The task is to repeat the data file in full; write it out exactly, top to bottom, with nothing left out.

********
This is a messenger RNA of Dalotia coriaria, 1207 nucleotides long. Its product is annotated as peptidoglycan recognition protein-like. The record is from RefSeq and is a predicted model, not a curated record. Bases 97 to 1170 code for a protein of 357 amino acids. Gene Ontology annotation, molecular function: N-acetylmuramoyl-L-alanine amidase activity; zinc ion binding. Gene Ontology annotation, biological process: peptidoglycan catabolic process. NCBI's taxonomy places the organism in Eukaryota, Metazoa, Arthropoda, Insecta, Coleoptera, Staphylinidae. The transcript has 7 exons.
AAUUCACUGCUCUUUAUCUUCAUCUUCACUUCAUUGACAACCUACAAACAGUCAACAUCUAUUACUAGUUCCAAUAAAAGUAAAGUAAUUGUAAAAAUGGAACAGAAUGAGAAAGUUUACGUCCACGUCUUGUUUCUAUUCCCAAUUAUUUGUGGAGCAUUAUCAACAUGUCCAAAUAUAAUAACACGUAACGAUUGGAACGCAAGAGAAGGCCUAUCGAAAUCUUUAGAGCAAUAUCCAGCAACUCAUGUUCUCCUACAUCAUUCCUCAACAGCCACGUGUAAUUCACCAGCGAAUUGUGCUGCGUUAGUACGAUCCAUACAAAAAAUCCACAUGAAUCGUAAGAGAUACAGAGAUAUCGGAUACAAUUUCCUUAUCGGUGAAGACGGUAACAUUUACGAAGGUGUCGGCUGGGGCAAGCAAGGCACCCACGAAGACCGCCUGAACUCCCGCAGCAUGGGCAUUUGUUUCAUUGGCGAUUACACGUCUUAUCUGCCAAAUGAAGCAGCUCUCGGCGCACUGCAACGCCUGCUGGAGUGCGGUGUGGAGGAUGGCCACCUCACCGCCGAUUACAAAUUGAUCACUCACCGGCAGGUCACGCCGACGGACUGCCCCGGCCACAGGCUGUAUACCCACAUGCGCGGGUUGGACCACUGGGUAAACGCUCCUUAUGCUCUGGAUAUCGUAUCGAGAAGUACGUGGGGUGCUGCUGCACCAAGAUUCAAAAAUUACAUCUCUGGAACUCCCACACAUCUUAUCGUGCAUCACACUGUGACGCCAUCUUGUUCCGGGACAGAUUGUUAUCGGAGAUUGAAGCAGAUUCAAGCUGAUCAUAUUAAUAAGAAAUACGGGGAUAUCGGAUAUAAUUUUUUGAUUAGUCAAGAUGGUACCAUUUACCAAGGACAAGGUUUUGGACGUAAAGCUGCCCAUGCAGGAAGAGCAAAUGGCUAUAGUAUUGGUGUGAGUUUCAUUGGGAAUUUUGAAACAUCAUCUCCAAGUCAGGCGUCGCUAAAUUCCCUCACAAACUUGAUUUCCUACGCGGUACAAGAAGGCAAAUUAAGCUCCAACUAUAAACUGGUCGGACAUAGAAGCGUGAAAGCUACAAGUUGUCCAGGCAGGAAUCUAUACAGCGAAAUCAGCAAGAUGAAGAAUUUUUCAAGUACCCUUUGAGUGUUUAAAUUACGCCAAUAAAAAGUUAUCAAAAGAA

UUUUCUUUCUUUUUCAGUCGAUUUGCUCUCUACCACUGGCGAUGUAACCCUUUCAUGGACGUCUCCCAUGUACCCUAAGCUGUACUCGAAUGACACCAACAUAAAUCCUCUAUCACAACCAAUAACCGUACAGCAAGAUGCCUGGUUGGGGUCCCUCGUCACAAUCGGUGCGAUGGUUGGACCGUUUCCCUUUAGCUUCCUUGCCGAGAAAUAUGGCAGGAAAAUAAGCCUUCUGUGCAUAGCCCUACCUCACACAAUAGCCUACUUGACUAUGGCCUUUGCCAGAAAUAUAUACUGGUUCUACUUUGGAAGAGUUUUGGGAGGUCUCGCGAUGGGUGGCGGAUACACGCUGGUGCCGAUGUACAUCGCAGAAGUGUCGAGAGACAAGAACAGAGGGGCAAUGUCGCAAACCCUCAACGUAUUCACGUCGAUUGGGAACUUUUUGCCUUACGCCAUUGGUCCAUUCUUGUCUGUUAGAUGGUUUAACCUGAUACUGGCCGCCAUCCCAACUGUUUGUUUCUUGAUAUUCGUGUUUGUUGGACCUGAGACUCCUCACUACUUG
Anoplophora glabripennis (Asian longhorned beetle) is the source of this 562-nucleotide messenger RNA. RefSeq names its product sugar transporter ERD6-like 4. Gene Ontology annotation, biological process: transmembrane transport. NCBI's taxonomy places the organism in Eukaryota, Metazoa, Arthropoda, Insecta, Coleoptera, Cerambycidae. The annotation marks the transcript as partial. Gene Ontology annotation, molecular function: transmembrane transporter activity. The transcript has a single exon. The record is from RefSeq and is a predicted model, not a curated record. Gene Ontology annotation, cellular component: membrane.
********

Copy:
This is a messenger RNA of Dalotia coriaria, 1207 nucleotides long. Its product is annotated as peptidoglycan recognition protein-like. The record is from RefSeq and is a predicted model, not a curated record. Bases 97 to 1170 code for a protein of 357 amino acids. Gene Ontology annotation, molecular function: N-acetylmuramoyl-L-alanine amidase activity; zinc ion binding. Gene Ontology annotation, biological process: peptidoglycan catabolic process. NCBI's taxonomy places the organism in Eukaryota, Metazoa, Arthropoda, Insecta, Coleoptera, Staphylinidae. The transcript has 7 exons.
AAUUCACUGCUCUUUAUCUUCAUCUUCACUUCAUUGACAACCUACAAACAGUCAACAUCUAUUACUAGUUCCAAUAAAAGUAAAGUAAUUGUAAAAAUGGAACAGAAUGAGAAAGUUUACGUCCACGUCUUGUUUCUAUUCCCAAUUAUUUGUGGAGCAUUAUCAACAUGUCCAAAUAUAAUAACACGUAACGAUUGGAACGCAAGAGAAGGCCUAUCGAAAUCUUUAGAGCAAUAUCCAGCAACUCAUGUUCUCCUACAUCAUUCCUCAACAGCCACGUGUAAUUCACCAGCGAAUUGUGCUGCGUUAGUACGAUCCAUACAAAAAAUCCACAUGAAUCGUAAGAGAUACAGAGAUAUCGGAUACAAUUUCCUUAUCGGUGAAGACGGUAACAUUUACGAAGGUGUCGGCUGGGGCAAGCAAGGCACCCACGAAGACCGCCUGAACUCCCGCAGCAUGGGCAUUUGUUUCAUUGGCGAUUACACGUCUUAUCUGCCAAAUGAAGCAGCUCUCGGCGCACUGCAACGCCUGCUGGAGUGCGGUGUGGAGGAUGGCCACCUCACCGCCGAUUACAAAUUGAUCACUCACCGGCAGGUCACGCCGACGGACUGCCCCGGCCACAGGCUGUAUACCCACAUGCGCGGGUUGGACCACUGGGUAAACGCUCCUUAUGCUCUGGAUAUCGUAUCGAGAAGUACGUGGGGUGCUGCUGCACCAAGAUUCAAAAAUUACAUCUCUGGAACUCCCACACAUCUUAUCGUGCAUCACACUGUGACGCCAUCUUGUUCCGGGACAGAUUGUUAUCGGAGAUUGAAGCAGAUUCAAGCUGAUCAUAUUAAUAAGAAAUACGGGGAUAUCGGAUAUAAUUUUUUGAUUAGUCAAGAUGGUACCAUUUACCAAGGACAAGGUUUUGGACGUAAAGCUGCCCAUGCAGGAAGAGCAAAUGGCUAUAGUAUUGGUGUGAGUUUCAUUGGGAAUUUUGAAACAUCAUCUCCAAGUCAGGCGUCGCUAAAUUCCCUCACAAACUUGAUUUCCUACGCGGUACAAGAAGGCAAAUUAAGCUCCAACUAUAAACUGGUCGGACAUAGAAGCGUGAAAGCUACAAGUUGUCCAGGCAGGAAUCUAUACAGCGAAAUCAGCAAGAUGAAGAAUUUUUCAAGUACCCUUUGAGUGUUUAAAUUACGCCAAUAAAAAGUUAUCAAAAGAA

UUUUCUUUCUUUUUCAGUCGAUUUGCUCUCUACCACUGGCGAUGUAACCCUUUCAUGGACGUCUCCCAUGUACCCUAAGCUGUACUCGAAUGACACCAACAUAAAUCCUCUAUCACAACCAAUAACCGUACAGCAAGAUGCCUGGUUGGGGUCCCUCGUCACAAUCGGUGCGAUGGUUGGACCGUUUCCCUUUAGCUUCCUUGCCGAGAAAUAUGGCAGGAAAAUAAGCCUUCUGUGCAUAGCCCUACCUCACACAAUAGCCUACUUGACUAUGGCCUUUGCCAGAAAUAUAUACUGGUUCUACUUUGGAAGAGUUUUGGGAGGUCUCGCGAUGGGUGGCGGAUACACGCUGGUGCCGAUGUACAUCGCAGAAGUGUCGAGAGACAAGAACAGAGGGGCAAUGUCGCAAACCCUCAACGUAUUCACGUCGAUUGGGAACUUUUUGCCUUACGCCAUUGGUCCAUUCUUGUCUGUUAGAUGGUUUAACCUGAUACUGGCCGCCAUCCCAACUGUUUGUUUCUUGAUAUUCGUGUUUGUUGGACCUGAGACUCCUCACUACUUG
Anoplophora glabripennis (Asian longhorned beetle) is the source of this 562-nucleotide messenger RNA. RefSeq names its product sugar transporter ERD6-like 4. Gene Ontology annotation, biological process: transmembrane transport. NCBI's taxonomy places the organism in Eukaryota, Metazoa, Arthropoda, Insecta, Coleoptera, Cerambycidae. The annotation marks the transcript as partial. Gene Ontology annotation, molecular function: transmembrane transporter activity. The transcript has a single exon. The record is from RefSeq and is a predicted model, not a curated record. Gene Ontology annotation, cellular component: membrane.